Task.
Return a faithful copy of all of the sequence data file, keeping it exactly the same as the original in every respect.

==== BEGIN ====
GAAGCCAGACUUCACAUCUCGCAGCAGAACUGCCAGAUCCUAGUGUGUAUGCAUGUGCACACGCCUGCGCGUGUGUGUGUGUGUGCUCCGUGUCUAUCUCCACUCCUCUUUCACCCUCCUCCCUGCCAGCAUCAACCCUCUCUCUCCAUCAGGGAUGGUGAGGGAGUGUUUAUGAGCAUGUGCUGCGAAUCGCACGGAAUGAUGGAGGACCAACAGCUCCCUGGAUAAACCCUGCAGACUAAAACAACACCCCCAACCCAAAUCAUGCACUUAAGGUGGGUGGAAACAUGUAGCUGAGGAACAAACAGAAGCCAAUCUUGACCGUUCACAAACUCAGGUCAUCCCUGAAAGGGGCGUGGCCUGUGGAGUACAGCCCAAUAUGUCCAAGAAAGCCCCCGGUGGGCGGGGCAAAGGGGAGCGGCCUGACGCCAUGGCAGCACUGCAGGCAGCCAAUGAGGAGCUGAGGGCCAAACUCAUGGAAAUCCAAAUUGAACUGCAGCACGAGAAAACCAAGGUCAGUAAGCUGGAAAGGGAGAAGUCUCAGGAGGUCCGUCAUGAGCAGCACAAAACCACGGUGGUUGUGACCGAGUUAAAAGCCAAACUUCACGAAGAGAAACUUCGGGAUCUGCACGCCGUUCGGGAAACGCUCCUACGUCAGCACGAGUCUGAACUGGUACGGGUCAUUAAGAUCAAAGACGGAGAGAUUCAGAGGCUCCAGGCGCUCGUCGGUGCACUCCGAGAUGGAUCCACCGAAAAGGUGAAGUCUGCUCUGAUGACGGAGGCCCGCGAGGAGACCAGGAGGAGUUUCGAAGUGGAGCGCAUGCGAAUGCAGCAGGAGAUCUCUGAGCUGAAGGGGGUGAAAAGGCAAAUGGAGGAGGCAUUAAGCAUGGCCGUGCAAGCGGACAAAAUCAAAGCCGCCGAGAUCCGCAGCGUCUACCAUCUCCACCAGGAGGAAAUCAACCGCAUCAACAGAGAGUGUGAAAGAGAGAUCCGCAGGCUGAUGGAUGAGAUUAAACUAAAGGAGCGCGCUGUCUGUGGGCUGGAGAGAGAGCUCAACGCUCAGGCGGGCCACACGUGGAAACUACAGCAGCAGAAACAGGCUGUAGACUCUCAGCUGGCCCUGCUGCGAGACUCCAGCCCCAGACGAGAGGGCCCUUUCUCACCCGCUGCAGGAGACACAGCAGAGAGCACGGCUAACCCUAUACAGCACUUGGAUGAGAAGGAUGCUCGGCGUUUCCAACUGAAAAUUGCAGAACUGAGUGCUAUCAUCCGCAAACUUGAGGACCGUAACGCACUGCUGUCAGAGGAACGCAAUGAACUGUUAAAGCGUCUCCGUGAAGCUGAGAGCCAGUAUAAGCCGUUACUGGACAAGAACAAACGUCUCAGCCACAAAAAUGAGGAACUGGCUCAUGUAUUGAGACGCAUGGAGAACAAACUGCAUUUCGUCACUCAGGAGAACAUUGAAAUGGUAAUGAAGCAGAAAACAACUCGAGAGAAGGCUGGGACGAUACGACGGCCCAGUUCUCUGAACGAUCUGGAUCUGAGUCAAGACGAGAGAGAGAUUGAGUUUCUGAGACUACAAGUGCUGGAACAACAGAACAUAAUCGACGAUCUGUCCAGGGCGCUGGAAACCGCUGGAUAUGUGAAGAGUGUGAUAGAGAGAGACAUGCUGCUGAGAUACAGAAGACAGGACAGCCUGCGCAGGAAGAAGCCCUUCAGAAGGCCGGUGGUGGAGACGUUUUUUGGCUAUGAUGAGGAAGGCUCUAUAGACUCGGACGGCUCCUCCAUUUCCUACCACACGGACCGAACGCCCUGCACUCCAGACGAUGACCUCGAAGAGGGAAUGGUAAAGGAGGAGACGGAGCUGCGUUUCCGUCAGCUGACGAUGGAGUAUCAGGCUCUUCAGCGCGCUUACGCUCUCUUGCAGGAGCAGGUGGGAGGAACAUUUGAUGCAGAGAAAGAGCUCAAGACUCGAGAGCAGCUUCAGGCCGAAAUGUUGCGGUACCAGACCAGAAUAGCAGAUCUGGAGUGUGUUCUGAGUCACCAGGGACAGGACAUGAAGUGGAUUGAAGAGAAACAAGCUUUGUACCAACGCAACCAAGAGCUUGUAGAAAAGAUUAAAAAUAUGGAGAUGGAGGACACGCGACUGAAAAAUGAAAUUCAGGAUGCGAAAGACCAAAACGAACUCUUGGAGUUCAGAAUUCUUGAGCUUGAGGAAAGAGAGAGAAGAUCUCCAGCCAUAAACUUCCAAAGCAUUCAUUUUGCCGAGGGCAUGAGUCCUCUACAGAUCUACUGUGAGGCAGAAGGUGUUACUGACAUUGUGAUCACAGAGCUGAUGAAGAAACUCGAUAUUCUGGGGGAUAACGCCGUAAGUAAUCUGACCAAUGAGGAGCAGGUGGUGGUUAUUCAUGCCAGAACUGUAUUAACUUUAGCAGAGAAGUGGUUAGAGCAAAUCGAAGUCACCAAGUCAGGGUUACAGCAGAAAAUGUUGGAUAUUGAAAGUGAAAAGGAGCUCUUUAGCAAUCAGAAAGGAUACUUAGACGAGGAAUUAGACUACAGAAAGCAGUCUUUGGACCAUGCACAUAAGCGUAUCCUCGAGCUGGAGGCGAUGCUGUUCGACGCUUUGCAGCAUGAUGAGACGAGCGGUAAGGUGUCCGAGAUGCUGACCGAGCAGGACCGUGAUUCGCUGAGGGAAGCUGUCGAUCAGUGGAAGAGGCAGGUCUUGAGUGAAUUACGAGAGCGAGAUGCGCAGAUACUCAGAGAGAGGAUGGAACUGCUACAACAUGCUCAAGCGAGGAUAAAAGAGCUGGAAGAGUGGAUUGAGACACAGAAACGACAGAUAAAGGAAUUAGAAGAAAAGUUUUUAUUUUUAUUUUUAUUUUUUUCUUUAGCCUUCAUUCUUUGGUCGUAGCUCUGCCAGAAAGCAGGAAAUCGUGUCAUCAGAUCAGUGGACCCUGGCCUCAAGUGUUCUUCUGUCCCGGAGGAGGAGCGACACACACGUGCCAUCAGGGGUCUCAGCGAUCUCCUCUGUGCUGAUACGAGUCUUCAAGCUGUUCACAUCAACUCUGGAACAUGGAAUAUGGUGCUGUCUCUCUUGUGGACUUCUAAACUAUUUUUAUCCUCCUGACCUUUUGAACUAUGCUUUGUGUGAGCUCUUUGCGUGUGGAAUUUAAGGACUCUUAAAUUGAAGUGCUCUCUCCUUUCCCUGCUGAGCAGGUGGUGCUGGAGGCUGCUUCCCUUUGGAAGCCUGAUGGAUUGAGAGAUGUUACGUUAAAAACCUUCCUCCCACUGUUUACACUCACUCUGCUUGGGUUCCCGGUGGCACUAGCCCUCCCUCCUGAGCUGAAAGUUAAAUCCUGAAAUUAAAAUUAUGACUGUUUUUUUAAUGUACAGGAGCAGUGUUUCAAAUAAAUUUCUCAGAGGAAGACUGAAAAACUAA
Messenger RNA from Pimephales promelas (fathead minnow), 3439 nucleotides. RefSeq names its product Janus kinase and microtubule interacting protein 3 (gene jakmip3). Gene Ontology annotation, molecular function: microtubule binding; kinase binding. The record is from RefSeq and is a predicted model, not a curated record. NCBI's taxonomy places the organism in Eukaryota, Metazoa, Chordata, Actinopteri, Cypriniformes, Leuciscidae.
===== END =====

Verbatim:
GAAGCCAGACUUCACAUCUCGCAGCAGAACUGCCAGAUCCUAGUGUGUAUGCAUGUGCACACGCCUGCGCGUGUGUGUGUGUGUGCUCCGUGUCUAUCUCCACUCCUCUUUCACCCUCCUCCCUGCCAGCAUCAACCCUCUCUCUCCAUCAGGGAUGGUGAGGGAGUGUUUAUGAGCAUGUGCUGCGAAUCGCACGGAAUGAUGGAGGACCAACAGCUCCCUGGAUAAACCCUGCAGACUAAAACAACACCCCCAACCCAAAUCAUGCACUUAAGGUGGGUGGAAACAUGUAGCUGAGGAACAAACAGAAGCCAAUCUUGACCGUUCACAAACUCAGGUCAUCCCUGAAAGGGGCGUGGCCUGUGGAGUACAGCCCAAUAUGUCCAAGAAAGCCCCCGGUGGGCGGGGCAAAGGGGAGCGGCCUGACGCCAUGGCAGCACUGCAGGCAGCCAAUGAGGAGCUGAGGGCCAAACUCAUGGAAAUCCAAAUUGAACUGCAGCACGAGAAAACCAAGGUCAGUAAGCUGGAAAGGGAGAAGUCUCAGGAGGUCCGUCAUGAGCAGCACAAAACCACGGUGGUUGUGACCGAGUUAAAAGCCAAACUUCACGAAGAGAAACUUCGGGAUCUGCACGCCGUUCGGGAAACGCUCCUACGUCAGCACGAGUCUGAACUGGUACGGGUCAUUAAGAUCAAAGACGGAGAGAUUCAGAGGCUCCAGGCGCUCGUCGGUGCACUCCGAGAUGGAUCCACCGAAAAGGUGAAGUCUGCUCUGAUGACGGAGGCCCGCGAGGAGACCAGGAGGAGUUUCGAAGUGGAGCGCAUGCGAAUGCAGCAGGAGAUCUCUGAGCUGAAGGGGGUGAAAAGGCAAAUGGAGGAGGCAUUAAGCAUGGCCGUGCAAGCGGACAAAAUCAAAGCCGCCGAGAUCCGCAGCGUCUACCAUCUCCACCAGGAGGAAAUCAACCGCAUCAACAGAGAGUGUGAAAGAGAGAUCCGCAGGCUGAUGGAUGAGAUUAAACUAAAGGAGCGCGCUGUCUGUGGGCUGGAGAGAGAGCUCAACGCUCAGGCGGGCCACACGUGGAAACUACAGCAGCAGAAACAGGCUGUAGACUCUCAGCUGGCCCUGCUGCGAGACUCCAGCCCCAGACGAGAGGGCCCUUUCUCACCCGCUGCAGGAGACACAGCAGAGAGCACGGCUAACCCUAUACAGCACUUGGAUGAGAAGGAUGCUCGGCGUUUCCAACUGAAAAUUGCAGAACUGAGUGCUAUCAUCCGCAAACUUGAGGACCGUAACGCACUGCUGUCAGAGGAACGCAAUGAACUGUUAAAGCGUCUCCGUGAAGCUGAGAGCCAGUAUAAGCCGUUACUGGACAAGAACAAACGUCUCAGCCACAAAAAUGAGGAACUGGCUCAUGUAUUGAGACGCAUGGAGAACAAACUGCAUUUCGUCACUCAGGAGAACAUUGAAAUGGUAAUGAAGCAGAAAACAACUCGAGAGAAGGCUGGGACGAUACGACGGCCCAGUUCUCUGAACGAUCUGGAUCUGAGUCAAGACGAGAGAGAGAUUGAGUUUCUGAGACUACAAGUGCUGGAACAACAGAACAUAAUCGACGAUCUGUCCAGGGCGCUGGAAACCGCUGGAUAUGUGAAGAGUGUGAUAGAGAGAGACAUGCUGCUGAGAUACAGAAGACAGGACAGCCUGCGCAGGAAGAAGCCCUUCAGAAGGCCGGUGGUGGAGACGUUUUUUGGCUAUGAUGAGGAAGGCUCUAUAGACUCGGACGGCUCCUCCAUUUCCUACCACACGGACCGAACGCCCUGCACUCCAGACGAUGACCUCGAAGAGGGAAUGGUAAAGGAGGAGACGGAGCUGCGUUUCCGUCAGCUGACGAUGGAGUAUCAGGCUCUUCAGCGCGCUUACGCUCUCUUGCAGGAGCAGGUGGGAGGAACAUUUGAUGCAGAGAAAGAGCUCAAGACUCGAGAGCAGCUUCAGGCCGAAAUGUUGCGGUACCAGACCAGAAUAGCAGAUCUGGAGUGUGUUCUGAGUCACCAGGGACAGGACAUGAAGUGGAUUGAAGAGAAACAAGCUUUGUACCAACGCAACCAAGAGCUUGUAGAAAAGAUUAAAAAUAUGGAGAUGGAGGACACGCGACUGAAAAAUGAAAUUCAGGAUGCGAAAGACCAAAACGAACUCUUGGAGUUCAGAAUUCUUGAGCUUGAGGAAAGAGAGAGAAGAUCUCCAGCCAUAAACUUCCAAAGCAUUCAUUUUGCCGAGGGCAUGAGUCCUCUACAGAUCUACUGUGAGGCAGAAGGUGUUACUGACAUUGUGAUCACAGAGCUGAUGAAGAAACUCGAUAUUCUGGGGGAUAACGCCGUAAGUAAUCUGACCAAUGAGGAGCAGGUGGUGGUUAUUCAUGCCAGAACUGUAUUAACUUUAGCAGAGAAGUGGUUAGAGCAAAUCGAAGUCACCAAGUCAGGGUUACAGCAGAAAAUGUUGGAUAUUGAAAGUGAAAAGGAGCUCUUUAGCAAUCAGAAAGGAUACUUAGACGAGGAAUUAGACUACAGAAAGCAGUCUUUGGACCAUGCACAUAAGCGUAUCCUCGAGCUGGAGGCGAUGCUGUUCGACGCUUUGCAGCAUGAUGAGACGAGCGGUAAGGUGUCCGAGAUGCUGACCGAGCAGGACCGUGAUUCGCUGAGGGAAGCUGUCGAUCAGUGGAAGAGGCAGGUCUUGAGUGAAUUACGAGAGCGAGAUGCGCAGAUACUCAGAGAGAGGAUGGAACUGCUACAACAUGCUCAAGCGAGGAUAAAAGAGCUGGAAGAGUGGAUUGAGACACAGAAACGACAGAUAAAGGAAUUAGAAGAAAAGUUUUUAUUUUUAUUUUUAUUUUUUUCUUUAGCCUUCAUUCUUUGGUCGUAGCUCUGCCAGAAAGCAGGAAAUCGUGUCAUCAGAUCAGUGGACCCUGGCCUCAAGUGUUCUUCUGUCCCGGAGGAGGAGCGACACACACGUGCCAUCAGGGGUCUCAGCGAUCUCCUCUGUGCUGAUACGAGUCUUCAAGCUGUUCACAUCAACUCUGGAACAUGGAAUAUGGUGCUGUCUCUCUUGUGGACUUCUAAACUAUUUUUAUCCUCCUGACCUUUUGAACUAUGCUUUGUGUGAGCUCUUUGCGUGUGGAAUUUAAGGACUCUUAAAUUGAAGUGCUCUCUCCUUUCCCUGCUGAGCAGGUGGUGCUGGAGGCUGCUUCCCUUUGGAAGCCUGAUGGAUUGAGAGAUGUUACGUUAAAAACCUUCCUCCCACUGUUUACACUCACUCUGCUUGGGUUCCCGGUGGCACUAGCCCUCCCUCCUGAGCUGAAAGUUAAAUCCUGAAAUUAAAAUUAUGACUGUUUUUUUAAUGUACAGGAGCAGUGUUUCAAAUAAAUUUCUCAGAGGAAGACUGAAAAACUAA
Messenger RNA from Pimephales promelas (fathead minnow), 3439 nucleotides. RefSeq names its product Janus kinase and microtubule interacting protein 3 (gene jakmip3). Gene Ontology annotation, molecular function: microtubule binding; kinase binding. The record is from RefSeq and is a predicted model, not a curated record. NCBI's taxonomy places the organism in Eukaryota, Metazoa, Chordata, Actinopteri, Cypriniformes, Leuciscidae.